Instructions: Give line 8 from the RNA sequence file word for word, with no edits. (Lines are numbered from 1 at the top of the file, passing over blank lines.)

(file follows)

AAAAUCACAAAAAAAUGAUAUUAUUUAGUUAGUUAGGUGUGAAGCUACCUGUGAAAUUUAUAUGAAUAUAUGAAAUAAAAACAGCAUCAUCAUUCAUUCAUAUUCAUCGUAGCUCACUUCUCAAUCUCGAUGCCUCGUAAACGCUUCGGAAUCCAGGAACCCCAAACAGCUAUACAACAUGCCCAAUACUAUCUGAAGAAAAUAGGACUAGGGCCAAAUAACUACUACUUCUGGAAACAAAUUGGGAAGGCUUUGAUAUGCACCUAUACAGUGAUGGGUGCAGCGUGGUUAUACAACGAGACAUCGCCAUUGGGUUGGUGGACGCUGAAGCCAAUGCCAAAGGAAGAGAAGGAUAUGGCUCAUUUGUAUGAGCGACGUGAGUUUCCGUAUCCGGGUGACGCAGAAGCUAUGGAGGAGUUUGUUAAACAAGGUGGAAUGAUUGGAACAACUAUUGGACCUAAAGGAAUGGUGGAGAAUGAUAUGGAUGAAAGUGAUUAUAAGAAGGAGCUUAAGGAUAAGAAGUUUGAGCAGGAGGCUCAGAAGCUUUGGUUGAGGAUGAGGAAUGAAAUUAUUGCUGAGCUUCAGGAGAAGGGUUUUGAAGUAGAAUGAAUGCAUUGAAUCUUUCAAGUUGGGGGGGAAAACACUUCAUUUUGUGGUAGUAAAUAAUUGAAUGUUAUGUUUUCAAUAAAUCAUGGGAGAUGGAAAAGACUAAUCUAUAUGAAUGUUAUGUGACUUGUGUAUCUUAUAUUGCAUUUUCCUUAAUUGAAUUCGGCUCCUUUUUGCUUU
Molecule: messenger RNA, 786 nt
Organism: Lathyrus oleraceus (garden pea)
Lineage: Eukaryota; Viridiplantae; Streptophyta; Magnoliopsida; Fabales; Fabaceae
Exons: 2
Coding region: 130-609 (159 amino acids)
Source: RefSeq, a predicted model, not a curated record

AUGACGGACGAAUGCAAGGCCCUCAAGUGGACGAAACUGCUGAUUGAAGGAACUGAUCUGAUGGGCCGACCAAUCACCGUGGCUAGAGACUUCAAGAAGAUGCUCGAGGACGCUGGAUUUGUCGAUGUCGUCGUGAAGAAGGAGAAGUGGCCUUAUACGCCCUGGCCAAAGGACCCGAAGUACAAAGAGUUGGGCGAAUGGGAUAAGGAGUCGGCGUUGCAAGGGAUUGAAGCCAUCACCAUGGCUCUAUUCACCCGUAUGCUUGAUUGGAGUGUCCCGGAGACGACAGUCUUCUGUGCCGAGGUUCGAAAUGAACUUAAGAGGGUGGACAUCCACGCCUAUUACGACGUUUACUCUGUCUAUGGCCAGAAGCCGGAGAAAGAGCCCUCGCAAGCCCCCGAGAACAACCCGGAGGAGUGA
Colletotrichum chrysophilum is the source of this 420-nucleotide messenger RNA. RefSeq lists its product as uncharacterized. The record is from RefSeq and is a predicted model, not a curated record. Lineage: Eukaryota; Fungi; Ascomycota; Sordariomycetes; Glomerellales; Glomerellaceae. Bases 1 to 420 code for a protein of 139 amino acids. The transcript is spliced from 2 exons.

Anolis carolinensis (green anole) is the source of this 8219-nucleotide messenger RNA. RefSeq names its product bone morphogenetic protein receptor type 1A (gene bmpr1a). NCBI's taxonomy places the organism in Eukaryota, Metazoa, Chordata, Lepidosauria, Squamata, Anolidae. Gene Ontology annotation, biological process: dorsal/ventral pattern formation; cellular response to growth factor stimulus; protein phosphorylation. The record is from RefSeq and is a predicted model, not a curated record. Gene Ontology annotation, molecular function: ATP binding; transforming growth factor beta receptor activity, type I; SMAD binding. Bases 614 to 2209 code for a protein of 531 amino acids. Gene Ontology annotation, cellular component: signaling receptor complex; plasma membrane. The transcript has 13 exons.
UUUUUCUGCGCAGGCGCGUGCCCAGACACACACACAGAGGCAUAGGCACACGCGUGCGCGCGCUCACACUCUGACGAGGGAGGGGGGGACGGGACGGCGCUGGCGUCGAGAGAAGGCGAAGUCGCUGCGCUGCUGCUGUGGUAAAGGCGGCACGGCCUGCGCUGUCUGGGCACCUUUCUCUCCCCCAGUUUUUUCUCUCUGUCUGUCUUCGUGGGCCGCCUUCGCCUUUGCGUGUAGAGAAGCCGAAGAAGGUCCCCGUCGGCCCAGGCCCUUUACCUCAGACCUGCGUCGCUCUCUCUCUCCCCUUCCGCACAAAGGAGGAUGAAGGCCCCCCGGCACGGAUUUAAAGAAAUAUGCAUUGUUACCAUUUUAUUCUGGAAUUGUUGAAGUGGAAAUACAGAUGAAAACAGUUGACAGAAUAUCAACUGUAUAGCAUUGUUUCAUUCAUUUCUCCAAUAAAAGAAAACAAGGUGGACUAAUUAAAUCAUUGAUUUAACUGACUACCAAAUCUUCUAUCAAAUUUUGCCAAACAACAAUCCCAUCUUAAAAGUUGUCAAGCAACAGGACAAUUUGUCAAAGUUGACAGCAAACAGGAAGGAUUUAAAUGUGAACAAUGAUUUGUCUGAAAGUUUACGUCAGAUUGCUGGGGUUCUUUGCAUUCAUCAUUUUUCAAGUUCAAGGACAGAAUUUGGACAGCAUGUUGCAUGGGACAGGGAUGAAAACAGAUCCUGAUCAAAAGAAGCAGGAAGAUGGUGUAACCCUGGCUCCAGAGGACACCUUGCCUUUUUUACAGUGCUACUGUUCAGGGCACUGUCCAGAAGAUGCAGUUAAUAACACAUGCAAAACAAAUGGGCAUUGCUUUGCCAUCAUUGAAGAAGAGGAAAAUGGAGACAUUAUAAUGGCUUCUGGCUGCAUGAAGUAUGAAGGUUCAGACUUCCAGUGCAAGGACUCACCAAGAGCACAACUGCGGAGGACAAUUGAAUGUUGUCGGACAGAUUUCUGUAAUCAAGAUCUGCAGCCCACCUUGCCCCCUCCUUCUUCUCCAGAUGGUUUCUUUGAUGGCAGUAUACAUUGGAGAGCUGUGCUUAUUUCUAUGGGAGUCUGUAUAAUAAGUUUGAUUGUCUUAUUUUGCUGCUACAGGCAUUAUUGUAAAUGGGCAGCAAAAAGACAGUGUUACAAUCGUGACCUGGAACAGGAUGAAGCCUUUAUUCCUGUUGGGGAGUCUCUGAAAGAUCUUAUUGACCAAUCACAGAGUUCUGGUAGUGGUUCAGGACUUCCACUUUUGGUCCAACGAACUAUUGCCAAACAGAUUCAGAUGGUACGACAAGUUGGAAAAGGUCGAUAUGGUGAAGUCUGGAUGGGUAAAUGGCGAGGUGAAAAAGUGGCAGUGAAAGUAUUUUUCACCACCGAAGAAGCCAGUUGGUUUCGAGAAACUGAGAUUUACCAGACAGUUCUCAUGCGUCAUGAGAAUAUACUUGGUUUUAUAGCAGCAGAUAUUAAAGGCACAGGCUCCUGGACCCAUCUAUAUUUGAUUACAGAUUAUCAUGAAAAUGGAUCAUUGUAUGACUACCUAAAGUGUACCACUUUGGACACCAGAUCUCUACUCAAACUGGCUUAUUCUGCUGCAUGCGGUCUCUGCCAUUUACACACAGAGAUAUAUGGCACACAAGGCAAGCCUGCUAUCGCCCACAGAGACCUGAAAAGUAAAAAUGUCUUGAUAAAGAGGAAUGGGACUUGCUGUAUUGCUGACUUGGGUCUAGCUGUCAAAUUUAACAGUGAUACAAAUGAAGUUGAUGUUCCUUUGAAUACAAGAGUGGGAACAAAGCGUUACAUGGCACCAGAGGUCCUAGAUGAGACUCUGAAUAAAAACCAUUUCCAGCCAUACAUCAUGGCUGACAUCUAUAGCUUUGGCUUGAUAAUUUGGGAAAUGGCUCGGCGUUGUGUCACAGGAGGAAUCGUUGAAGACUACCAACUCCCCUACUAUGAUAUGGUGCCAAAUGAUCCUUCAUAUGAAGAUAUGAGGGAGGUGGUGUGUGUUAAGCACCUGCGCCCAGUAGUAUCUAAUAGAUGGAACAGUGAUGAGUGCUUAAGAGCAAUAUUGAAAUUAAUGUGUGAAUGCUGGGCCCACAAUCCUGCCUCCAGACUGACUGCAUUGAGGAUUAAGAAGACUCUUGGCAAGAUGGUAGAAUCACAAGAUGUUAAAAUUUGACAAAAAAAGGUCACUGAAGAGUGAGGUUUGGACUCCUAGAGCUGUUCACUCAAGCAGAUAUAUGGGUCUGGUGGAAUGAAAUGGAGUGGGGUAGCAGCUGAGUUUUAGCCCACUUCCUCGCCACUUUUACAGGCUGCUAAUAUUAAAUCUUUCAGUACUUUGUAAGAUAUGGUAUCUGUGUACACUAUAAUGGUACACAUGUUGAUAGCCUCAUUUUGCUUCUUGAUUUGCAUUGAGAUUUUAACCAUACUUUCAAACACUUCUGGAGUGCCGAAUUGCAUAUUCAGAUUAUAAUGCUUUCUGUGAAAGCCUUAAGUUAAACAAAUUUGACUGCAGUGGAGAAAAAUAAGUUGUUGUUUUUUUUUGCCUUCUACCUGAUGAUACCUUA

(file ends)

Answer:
AUGACGGACGAAUGCAAGGCCCUCAAGUGGACGAAACUGCUGAUUGAAGGAACUGAUCUGAUGGGCCGACCAAUCACCGUGGCUAGAGACUUCAAGAAGAUGCUCGAGGACGCUGGAUUUGUCGAUGUCGUCGUGAAGAAGGAGAAGUGGCCUUAUACGCCCUGGCCAAAGGACCCGAAGUACAAAGAGUUGGGCGAAUGGGAUAAGGAGUCGGCGUUGCAAGGGAUUGAAGCCAUCACCAUGGCUCUAUUCACCCGUAUGCUUGAUUGGAGUGUCCCGGAGACGACAGUCUUCUGUGCCGAGGUUCGAAAUGAACUUAAGAGGGUGGACAUCCACGCCUAUUACGACGUUUACUCUGUCUAUGGCCAGAAGCCGGAGAAAGAGCCCUCGCAAGCCCCCGAGAACAACCCGGAGGAGUGA